Are Your Recyclables Actually Being Recycled?

Reduce, Reuse, and Recycle. Those are the 3Rs that have been instilled in us since we were in elementary school. In the last 10 years, it seems like recycling has become more prominent than ever. With a high stress work environment, where people put in about 60-80 hours a week, go to school part-time to continue their studies, the last thing they want to do is come home and cook all of their meals. As a result, more and more people are relying on take-out and quick microwave meals. At the end of their meal, people are more likely to just chuck the empty containers into the recycling bin, without thinking if they will actually be recycled and what they will be turned into.

Did you know that only about 9% of our recyclables are actually recycled into new products? Since going zero waste, I have started to think about where all of the packaging is going when it comes to landfill waste, compost, and recycling. Since China’s ban on accepting the majority of our recyclables, it seems that more people are starting to question where their recyclables are going and if the recyclables are actually be recycled. Items like pizza boxes and other containers that are contaminated and can’t actually be recycled. With the introduction of single stream recycling centers, people just assume that they can recycle any material without thinking about it. If they can’t be recycled, well my recycling center will dispose of it correctly, right? Well, I just found out about 6 months ago that my local area actually burns the majority of our waste because we don’t have enough space in our landfill or dump for it all. Burning of the waste is a very common practice that admit a ton of toxins into our air that increase the amount of pollutants on our planet.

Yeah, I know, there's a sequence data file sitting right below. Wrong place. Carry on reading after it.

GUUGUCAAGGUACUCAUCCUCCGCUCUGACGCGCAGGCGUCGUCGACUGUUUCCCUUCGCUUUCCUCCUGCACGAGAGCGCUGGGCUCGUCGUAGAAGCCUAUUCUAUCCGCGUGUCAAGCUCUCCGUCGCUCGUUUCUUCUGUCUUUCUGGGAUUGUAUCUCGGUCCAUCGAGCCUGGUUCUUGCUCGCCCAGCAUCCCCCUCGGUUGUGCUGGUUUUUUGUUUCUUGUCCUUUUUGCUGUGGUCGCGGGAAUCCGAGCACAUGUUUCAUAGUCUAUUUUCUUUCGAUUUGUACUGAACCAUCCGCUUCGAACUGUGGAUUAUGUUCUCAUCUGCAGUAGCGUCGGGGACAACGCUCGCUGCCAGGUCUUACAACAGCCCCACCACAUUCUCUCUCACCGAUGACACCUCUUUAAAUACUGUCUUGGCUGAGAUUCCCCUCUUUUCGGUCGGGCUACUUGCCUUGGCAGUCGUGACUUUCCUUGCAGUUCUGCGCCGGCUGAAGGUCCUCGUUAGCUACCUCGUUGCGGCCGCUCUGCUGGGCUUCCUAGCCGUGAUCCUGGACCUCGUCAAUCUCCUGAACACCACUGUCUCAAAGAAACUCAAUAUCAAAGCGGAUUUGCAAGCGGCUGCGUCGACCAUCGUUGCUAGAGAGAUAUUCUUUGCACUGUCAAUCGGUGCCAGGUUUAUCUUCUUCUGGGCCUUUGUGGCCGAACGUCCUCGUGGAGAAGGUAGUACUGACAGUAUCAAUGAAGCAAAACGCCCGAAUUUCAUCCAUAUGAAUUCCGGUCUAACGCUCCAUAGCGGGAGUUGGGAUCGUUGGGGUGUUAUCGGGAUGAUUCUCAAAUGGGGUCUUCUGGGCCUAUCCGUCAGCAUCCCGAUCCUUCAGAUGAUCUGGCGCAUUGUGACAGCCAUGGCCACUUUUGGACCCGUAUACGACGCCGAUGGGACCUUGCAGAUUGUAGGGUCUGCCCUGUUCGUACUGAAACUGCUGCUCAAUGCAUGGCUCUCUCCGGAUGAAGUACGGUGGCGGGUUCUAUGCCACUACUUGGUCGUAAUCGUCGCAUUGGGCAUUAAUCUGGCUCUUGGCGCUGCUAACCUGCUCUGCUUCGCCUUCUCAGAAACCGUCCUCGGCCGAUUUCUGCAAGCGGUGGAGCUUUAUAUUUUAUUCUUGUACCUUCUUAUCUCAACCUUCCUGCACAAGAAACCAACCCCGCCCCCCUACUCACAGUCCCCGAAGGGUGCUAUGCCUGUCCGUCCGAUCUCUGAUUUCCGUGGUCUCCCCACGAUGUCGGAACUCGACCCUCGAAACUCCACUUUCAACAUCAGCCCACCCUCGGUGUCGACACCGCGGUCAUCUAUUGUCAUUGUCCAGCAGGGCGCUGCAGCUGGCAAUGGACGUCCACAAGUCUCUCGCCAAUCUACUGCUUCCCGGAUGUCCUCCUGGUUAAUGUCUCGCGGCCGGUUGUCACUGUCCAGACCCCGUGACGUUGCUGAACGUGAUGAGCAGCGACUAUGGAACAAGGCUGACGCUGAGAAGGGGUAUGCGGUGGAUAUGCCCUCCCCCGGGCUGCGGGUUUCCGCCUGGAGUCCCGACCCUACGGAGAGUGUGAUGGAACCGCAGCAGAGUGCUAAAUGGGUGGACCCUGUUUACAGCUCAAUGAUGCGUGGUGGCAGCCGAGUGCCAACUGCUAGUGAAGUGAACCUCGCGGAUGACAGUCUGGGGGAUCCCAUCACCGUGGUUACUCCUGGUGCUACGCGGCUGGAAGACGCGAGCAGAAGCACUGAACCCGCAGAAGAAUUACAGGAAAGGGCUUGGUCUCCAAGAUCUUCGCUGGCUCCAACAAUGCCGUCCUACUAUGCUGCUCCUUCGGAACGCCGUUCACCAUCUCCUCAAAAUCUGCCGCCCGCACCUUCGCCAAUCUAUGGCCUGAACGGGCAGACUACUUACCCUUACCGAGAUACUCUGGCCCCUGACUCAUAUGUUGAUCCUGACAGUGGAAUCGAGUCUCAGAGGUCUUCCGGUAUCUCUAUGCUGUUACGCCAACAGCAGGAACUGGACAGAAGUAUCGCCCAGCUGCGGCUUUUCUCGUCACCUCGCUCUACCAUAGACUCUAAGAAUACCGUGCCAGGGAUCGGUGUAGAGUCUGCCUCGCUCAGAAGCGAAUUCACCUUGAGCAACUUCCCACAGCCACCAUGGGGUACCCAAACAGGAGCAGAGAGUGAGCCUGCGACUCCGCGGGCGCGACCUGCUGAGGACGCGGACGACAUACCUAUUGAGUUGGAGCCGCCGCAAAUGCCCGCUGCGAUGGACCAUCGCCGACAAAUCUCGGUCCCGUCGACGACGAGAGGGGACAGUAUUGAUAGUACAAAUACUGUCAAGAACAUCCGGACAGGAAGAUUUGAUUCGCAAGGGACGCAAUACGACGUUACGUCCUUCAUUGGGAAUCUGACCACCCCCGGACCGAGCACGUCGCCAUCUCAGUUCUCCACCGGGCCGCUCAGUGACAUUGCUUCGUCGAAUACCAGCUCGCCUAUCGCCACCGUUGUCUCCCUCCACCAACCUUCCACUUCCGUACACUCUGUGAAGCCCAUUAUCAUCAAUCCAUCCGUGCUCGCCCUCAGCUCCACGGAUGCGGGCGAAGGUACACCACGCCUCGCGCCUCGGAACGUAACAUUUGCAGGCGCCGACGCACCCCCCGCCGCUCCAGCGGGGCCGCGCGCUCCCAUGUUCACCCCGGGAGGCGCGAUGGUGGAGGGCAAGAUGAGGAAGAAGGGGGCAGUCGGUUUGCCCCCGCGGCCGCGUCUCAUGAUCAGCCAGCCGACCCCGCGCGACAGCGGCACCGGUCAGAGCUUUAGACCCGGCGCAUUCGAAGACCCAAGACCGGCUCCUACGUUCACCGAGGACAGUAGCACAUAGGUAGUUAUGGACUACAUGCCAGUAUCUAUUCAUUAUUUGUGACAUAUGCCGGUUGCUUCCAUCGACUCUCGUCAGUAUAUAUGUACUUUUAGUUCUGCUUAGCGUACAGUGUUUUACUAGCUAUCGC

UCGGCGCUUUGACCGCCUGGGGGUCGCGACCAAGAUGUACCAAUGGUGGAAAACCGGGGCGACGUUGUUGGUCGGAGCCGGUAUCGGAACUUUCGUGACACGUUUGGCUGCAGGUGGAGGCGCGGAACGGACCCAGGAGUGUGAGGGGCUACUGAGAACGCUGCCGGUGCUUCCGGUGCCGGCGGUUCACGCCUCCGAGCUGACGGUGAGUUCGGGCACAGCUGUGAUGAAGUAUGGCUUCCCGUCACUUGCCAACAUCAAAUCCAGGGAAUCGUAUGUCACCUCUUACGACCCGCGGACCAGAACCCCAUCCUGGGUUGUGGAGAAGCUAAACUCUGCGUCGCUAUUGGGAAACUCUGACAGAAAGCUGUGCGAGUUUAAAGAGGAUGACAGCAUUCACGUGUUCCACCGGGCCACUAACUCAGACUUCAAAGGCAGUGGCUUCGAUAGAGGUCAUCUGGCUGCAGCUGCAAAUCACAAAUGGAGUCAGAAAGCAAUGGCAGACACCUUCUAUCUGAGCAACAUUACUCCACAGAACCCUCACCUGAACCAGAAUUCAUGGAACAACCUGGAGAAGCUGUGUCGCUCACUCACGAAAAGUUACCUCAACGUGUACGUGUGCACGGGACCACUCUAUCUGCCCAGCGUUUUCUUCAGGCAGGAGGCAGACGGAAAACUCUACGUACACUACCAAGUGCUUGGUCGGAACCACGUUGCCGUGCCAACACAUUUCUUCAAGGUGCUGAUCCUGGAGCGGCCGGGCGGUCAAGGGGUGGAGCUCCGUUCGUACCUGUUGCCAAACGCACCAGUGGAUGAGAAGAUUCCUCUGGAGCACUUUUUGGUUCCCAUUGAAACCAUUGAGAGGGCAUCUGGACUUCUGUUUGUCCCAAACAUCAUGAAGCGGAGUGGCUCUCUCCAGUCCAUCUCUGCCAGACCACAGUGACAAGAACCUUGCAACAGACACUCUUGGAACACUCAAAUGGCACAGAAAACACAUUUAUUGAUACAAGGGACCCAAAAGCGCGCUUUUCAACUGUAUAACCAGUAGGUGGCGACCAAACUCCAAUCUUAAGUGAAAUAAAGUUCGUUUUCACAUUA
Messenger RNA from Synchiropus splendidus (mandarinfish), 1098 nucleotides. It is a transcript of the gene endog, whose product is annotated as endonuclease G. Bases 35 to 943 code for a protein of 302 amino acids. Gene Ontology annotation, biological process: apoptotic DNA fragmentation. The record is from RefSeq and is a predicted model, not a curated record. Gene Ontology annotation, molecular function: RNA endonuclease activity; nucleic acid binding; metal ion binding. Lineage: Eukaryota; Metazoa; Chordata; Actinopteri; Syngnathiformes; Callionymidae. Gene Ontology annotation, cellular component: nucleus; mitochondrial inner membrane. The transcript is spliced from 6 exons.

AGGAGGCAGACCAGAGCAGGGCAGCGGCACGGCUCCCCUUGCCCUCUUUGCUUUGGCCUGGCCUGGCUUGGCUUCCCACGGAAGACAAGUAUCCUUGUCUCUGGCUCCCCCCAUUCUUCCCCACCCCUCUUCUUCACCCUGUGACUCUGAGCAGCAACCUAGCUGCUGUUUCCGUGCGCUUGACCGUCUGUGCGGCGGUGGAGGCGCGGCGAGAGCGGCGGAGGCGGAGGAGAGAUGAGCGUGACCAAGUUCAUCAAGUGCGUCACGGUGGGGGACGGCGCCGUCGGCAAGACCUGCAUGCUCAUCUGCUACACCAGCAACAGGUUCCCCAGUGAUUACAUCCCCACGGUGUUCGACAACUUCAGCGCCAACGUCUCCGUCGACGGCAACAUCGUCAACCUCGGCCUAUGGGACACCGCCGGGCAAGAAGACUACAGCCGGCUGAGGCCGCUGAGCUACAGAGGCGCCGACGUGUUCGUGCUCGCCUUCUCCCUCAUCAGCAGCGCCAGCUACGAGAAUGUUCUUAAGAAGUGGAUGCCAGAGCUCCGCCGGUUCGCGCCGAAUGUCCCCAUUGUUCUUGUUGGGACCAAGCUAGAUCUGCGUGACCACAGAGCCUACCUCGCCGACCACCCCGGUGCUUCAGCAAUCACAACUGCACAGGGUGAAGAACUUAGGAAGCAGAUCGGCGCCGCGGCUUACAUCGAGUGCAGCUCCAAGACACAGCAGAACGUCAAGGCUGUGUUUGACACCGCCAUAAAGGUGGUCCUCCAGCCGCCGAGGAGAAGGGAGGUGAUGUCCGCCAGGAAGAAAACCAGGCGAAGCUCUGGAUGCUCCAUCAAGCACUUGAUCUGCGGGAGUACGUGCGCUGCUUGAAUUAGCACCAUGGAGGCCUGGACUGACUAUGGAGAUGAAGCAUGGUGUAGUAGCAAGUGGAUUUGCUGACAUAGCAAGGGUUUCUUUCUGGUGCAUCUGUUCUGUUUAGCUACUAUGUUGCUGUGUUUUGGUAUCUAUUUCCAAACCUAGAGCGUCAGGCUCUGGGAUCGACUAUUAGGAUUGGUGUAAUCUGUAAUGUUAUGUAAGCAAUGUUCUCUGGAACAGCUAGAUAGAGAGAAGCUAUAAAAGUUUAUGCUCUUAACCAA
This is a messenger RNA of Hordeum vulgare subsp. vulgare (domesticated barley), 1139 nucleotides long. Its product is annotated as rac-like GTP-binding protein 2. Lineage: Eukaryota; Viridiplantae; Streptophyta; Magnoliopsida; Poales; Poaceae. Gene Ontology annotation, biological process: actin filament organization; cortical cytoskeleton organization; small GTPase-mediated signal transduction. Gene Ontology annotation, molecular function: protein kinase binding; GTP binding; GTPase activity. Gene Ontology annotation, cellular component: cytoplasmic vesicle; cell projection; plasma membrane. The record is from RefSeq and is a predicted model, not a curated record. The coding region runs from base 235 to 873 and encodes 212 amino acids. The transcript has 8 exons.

During my research on recycling policies around the United States, I found on the Lansing MI recycling policy page, that every 1,000 tons of recyclables that the city collects has helped save 14,903 trees, 6,404,606 gallons of water, 408,412 gasoline, 2,856 metric tons of greenhouse gases emissions. It is amazing to see that some cities and towns in the United States are transparent about how much of an impact our recycling efforts have been on the planet. When you try to figure out where the recyclables are going/ what they are being turned into, it seems like you get stuck in the depths of the internet with no answers.

What I have been able to figure out is that the majority of glass bottles, metal cans, and scrap metal pieces can be turned back into more glass bottles, metal cans, and metal pieces. What’s hard to figure out is what is all of that plastic being turned into it. Many companies have started to recycle plastic bottles into more plastic bottles. That being said, there isn’t a plastic bottle out there that is made entirely of recycled plastic materials. Same goes for plastic bags, plastic containers, and other pieces of plastic. Most of the time we find a sticker that says it’s made of 25% or 50% post recycled materials. Where is all of the rest of that plastic going?

I am not entirely sure. Once the recyclables are packaged, companies actually have to purchase those recyclables so they can be turned back into new products. According to China, the majority of our recyclables are actually garbage, due to contamination. The United States is working with other companies to see if they will use our recyclables to create new products. In the meantime, it looks like a ton of our recyclables just pile up in the warehouses. Even though your local state will package the recyclables, not many companies are actually purchasing them so they can be created into new products.

Recently, I have found out that a large portion of our glass isn’t actually recycled into more glass, but instead are burned to make charcoal to cover the landfill. I am still researching this issue, for another post. I am not sure which cities and towns do this/ why this has become a popular practice. All of this information has left me in a bit of a pickle. Then I think back to the 3Rs. Despite all of our best efforts to find new countries that will accept our recyclables, we need to change our mindset and figure out how to live without a ton of plastic packaging. We need to figure out what plastic is necessary and what we may be able to actually live without.

As everyone says in the Zero Waste Movement, we cannot rely on recycling as a sole solution to our environmental problem. It is also something that we will not be able to get rid of anytime soon!